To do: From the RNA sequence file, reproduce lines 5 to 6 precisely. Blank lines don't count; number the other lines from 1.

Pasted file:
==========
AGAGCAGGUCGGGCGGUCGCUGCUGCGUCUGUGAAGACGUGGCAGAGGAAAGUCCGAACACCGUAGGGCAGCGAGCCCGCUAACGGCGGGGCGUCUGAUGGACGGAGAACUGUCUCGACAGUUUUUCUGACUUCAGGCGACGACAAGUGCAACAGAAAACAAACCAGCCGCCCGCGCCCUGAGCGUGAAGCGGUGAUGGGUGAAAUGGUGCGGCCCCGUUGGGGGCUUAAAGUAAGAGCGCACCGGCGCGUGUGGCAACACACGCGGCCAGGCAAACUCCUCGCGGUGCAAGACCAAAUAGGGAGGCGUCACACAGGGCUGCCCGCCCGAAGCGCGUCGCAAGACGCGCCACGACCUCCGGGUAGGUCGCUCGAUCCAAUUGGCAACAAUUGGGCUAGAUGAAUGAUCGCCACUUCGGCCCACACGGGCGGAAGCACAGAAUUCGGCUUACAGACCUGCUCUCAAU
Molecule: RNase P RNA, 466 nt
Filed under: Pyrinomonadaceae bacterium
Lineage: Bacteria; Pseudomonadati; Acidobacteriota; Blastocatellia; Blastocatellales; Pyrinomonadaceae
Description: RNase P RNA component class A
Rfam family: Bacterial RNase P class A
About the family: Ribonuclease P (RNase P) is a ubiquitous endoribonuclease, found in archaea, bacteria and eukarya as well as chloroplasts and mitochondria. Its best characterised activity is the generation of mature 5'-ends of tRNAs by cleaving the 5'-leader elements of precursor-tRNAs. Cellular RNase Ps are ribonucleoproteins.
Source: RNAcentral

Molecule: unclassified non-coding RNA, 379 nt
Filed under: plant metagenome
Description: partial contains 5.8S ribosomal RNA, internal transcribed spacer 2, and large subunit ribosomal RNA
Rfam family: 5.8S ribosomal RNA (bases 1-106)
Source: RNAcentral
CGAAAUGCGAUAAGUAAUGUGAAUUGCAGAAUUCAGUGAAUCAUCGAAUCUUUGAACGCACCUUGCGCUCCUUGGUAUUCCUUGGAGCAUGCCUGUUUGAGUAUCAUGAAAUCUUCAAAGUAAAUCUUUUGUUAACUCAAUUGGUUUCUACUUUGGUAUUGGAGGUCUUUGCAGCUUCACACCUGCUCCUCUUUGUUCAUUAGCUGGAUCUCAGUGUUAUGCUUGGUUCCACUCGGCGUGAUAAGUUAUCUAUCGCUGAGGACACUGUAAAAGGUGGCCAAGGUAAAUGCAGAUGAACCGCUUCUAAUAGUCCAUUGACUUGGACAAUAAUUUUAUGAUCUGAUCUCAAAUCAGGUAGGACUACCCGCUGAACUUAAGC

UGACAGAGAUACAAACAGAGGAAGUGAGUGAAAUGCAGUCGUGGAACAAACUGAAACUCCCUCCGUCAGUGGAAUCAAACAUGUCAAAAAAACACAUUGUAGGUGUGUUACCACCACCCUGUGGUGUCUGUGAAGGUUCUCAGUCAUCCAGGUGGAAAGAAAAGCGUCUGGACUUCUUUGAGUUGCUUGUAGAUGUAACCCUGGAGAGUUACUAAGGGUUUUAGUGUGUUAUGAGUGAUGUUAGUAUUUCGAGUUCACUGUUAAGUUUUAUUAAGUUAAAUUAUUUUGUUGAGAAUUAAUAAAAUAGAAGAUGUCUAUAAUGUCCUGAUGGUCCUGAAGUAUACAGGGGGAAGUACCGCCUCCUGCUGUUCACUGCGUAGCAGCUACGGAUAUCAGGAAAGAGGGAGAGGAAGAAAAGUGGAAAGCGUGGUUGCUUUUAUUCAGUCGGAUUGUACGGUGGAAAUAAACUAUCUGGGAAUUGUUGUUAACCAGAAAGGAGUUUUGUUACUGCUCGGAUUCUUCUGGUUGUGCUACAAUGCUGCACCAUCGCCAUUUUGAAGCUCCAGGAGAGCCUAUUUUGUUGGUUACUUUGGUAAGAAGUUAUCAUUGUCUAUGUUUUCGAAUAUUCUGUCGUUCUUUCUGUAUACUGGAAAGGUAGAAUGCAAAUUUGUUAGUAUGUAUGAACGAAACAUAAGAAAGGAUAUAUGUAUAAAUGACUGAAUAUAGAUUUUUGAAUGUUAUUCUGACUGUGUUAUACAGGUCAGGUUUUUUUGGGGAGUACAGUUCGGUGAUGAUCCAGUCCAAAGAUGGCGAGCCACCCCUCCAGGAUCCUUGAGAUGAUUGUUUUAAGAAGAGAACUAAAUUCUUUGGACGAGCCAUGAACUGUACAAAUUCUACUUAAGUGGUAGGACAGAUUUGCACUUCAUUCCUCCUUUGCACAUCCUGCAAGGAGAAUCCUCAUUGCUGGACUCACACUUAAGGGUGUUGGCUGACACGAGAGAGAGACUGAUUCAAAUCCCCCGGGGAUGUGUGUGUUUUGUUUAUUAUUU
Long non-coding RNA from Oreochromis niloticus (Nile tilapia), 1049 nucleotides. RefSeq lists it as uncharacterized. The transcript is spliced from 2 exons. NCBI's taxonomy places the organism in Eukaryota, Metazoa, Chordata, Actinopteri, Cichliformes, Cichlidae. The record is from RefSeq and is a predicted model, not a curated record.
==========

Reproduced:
Description: RNase P RNA component class A
Rfam family: Bacterial RNase P class A